Good luck - Jay

ps. the mantle above the wood stove can't be beat for a spot to raise a loaf of bread or two.

This post edited by oldmil007 08:58 PM 01/01/2008
 

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Pellet stoves

crabman1130 wrote:
I was thinking of a pellet stove. I don't have a fireplase and the pellet stoves can be vented through the wall.

The other thing with them is pellet avaiability, I know a few guys who have had a hard time finding pellets. Some places carry a small supply once a year and thats it.

As for saving money on heating bills, you can only save money if you get free wood. If you have to pay for it your savings will be zero.

I installed a new fireplace insert two years ago after buying used inserts for the past 10 years. This one ( by Regency ) was about $2800.00 and I installed it myself ($500.00 savings).
Best investment I made, I burn about 6 to 8 full cords of wood from Dec to march and cut my oil from 5 or 6 fills from Oct to March to 3 fillups( 275 gallon tank) so paying off the price of the fireplac insert only takes a few winters.
 

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crabman1130 wrote:
Lowes sells pellets. I'm sure you can order from them. Some of the newer stoves will also burn corn.


wouldnt that make popcorn :rolleyes::rolleyes:
 

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Fieldtester wrote:
Just had my stove installed about 3 weeks ago and I am LOVING it!!!
It heats the whole house! My thermostat is now set at 55 and not once does the burner ever click on. The only problem is that the room with the stove gets real hot....about 85 degrees, but the rest of the house is around 68 - 70. Mine cost about $3800.00 installed but I had a fireplace and they ran the liner up the existing chimney. The stove sits on the existing hearth. My stove is also a soapstone stove which holds the heat in the stone muchb longer than a cast iron or steel stove. When filled, it will burn about 8 hrs before having to reload with the damper all the way down.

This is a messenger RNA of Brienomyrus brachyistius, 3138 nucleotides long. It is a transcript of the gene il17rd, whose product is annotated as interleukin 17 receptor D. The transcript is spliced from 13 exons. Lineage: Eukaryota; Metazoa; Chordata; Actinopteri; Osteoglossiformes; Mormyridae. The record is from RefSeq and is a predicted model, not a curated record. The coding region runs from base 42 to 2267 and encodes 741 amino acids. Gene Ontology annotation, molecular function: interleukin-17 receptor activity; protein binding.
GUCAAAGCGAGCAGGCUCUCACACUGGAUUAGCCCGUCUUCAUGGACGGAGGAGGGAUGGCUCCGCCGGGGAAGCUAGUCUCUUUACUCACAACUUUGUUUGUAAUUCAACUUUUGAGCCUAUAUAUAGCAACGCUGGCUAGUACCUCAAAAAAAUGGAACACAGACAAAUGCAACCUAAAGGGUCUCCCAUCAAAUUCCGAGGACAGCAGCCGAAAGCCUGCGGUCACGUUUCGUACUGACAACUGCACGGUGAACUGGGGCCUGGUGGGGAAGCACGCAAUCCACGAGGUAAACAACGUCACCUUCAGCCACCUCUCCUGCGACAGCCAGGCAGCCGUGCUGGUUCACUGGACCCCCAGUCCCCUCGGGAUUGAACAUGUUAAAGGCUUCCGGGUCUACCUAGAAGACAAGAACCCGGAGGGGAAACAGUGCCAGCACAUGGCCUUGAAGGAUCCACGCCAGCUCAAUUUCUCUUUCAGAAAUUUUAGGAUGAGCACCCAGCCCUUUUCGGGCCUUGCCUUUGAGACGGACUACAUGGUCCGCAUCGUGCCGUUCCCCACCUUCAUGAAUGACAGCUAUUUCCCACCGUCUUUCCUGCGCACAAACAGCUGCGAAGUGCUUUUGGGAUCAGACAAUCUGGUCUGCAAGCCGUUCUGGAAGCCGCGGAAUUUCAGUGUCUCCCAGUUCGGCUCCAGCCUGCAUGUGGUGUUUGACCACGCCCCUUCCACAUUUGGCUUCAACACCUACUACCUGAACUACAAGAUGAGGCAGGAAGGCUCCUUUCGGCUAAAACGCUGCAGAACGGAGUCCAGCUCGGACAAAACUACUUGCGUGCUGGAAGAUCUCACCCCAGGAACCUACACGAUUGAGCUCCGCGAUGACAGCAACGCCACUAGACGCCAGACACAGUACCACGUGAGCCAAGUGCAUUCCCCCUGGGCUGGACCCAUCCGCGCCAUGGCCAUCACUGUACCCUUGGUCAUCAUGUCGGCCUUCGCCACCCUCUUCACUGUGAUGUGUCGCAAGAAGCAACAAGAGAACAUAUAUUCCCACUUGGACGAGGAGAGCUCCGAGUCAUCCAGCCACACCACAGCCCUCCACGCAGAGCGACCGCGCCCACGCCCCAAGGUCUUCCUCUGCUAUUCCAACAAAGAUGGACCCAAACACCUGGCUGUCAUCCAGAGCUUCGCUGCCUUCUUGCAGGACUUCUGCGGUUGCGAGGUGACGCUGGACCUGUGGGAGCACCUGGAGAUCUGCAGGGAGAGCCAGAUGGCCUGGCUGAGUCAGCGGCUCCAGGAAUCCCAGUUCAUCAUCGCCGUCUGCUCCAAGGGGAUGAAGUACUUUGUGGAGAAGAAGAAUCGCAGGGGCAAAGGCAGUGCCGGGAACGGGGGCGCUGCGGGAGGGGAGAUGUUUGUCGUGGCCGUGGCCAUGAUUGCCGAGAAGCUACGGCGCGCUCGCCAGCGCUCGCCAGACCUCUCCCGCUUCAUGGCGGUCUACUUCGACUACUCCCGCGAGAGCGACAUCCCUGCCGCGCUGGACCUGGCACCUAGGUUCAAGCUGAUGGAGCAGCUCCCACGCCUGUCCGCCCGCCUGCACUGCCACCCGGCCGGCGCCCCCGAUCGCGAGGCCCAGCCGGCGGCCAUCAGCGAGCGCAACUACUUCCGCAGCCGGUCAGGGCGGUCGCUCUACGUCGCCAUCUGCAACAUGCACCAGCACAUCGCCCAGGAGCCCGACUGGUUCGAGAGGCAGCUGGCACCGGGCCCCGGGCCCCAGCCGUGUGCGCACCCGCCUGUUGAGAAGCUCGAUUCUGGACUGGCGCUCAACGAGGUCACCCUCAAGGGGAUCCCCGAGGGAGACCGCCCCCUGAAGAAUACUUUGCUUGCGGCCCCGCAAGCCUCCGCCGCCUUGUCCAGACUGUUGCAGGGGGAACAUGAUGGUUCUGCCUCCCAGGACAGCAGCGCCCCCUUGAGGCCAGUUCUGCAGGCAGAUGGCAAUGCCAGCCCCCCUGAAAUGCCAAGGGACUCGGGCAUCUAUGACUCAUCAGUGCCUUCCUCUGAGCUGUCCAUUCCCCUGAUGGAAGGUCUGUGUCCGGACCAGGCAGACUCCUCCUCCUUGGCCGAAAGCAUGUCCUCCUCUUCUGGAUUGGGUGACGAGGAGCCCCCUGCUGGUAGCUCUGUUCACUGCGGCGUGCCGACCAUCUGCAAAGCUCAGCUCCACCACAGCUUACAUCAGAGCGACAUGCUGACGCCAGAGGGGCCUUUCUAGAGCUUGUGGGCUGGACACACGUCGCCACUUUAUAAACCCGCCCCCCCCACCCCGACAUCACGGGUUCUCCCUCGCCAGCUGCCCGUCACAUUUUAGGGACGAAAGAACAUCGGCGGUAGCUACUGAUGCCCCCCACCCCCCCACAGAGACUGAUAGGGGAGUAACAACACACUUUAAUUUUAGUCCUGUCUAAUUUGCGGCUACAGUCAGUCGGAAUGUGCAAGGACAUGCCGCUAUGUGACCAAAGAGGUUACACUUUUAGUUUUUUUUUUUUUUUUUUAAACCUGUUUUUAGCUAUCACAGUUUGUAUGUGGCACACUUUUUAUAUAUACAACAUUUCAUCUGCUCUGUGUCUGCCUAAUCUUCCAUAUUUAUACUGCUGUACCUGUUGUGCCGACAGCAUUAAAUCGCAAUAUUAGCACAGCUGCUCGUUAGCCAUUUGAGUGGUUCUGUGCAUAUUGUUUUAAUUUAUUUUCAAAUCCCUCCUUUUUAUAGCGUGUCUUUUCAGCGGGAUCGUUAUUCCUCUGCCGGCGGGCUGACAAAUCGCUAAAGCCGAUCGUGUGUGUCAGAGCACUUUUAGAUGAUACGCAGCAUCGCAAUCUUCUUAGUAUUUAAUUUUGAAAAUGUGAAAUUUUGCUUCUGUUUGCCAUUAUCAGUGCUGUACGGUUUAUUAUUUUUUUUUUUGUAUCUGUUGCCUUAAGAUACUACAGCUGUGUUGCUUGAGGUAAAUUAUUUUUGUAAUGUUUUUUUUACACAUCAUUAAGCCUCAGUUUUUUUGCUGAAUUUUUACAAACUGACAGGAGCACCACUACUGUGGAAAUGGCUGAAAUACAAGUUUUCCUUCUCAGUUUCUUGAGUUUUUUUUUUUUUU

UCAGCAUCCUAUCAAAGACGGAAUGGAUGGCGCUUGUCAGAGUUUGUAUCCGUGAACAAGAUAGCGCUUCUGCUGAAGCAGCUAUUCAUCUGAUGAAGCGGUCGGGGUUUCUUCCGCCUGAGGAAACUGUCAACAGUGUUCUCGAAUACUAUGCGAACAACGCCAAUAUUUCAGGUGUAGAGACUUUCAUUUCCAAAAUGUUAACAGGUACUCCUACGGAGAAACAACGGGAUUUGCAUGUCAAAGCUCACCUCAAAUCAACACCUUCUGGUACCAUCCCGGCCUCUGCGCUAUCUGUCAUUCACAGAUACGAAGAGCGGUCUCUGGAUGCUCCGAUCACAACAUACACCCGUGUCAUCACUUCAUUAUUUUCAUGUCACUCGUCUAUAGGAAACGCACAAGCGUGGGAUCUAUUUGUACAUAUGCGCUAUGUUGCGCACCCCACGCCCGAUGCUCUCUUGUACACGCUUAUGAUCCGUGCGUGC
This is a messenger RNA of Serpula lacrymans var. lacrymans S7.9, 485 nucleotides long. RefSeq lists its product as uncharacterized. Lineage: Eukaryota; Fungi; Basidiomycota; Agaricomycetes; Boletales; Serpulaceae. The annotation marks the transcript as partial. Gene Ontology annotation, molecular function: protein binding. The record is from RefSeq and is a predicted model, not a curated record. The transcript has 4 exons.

I agree the soapstone stoves hold the heat a **** of allot better more money but worth it
 

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oldmil007 wrote:
Fieldtester wrote:
Just had my stove installed about 3 weeks ago and I am LOVING it!!!
It heats the whole house! My thermostat is now set at 55 and not once does the burner ever click on. The only problem is that the room with the stove gets real hot....about 85 degrees, but the rest of the house is around 68 - 70. Mine cost about $3800.00 installed but I had a fireplace and they ran the liner up the existing chimney. The stove sits on the existing hearth. My stove is also a soapstone stove which holds the heat in the stone muchb longer than a cast iron or steel stove. When filled, it will burn about 8 hrs before having to reload with the damper all the way down.

1. Use Dry firewood!

2. Damper all the way down = creosote in chimney
Creosote in chimney = liklihood of chimney fire
Chimney fire = needing to change your skivvies, or A LOT worse.

3. Try filling the stove with smaller amounts of wood and letting it burn hotter. Small air transfering fans that mount in the top doorway corners really help the cool room/"skivvies-only" room heat issues.

4. Use Dry firewood!!!

5. Buy a chimney brush kit and use it at least once a year.

(Been heating exclusively with wood for about the last 35 years here in Maine) Learned some of the above the Hard Way. "Wood - The Fuel Of The Future"

Good luck - Jay

ps. the mantle above the wood stove can't be beat for a spot to raise a loaf of bread or two.

Very good advice my buddy actually burns newspapaers he rolls them so tight and ties them with wire and burns them instead of wood
 

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Very good advice my buddy actually burns newspapaers he rolls them so tight and ties them with wire and burns them instead of wood
[/quote]

When I was a kid in the late 70's my sister had a house in Shirley with a wood stove, and some kind of roller thing to roll newspapers into firelogs, worked great, I forgot all about that thing, wonder if they still sell em?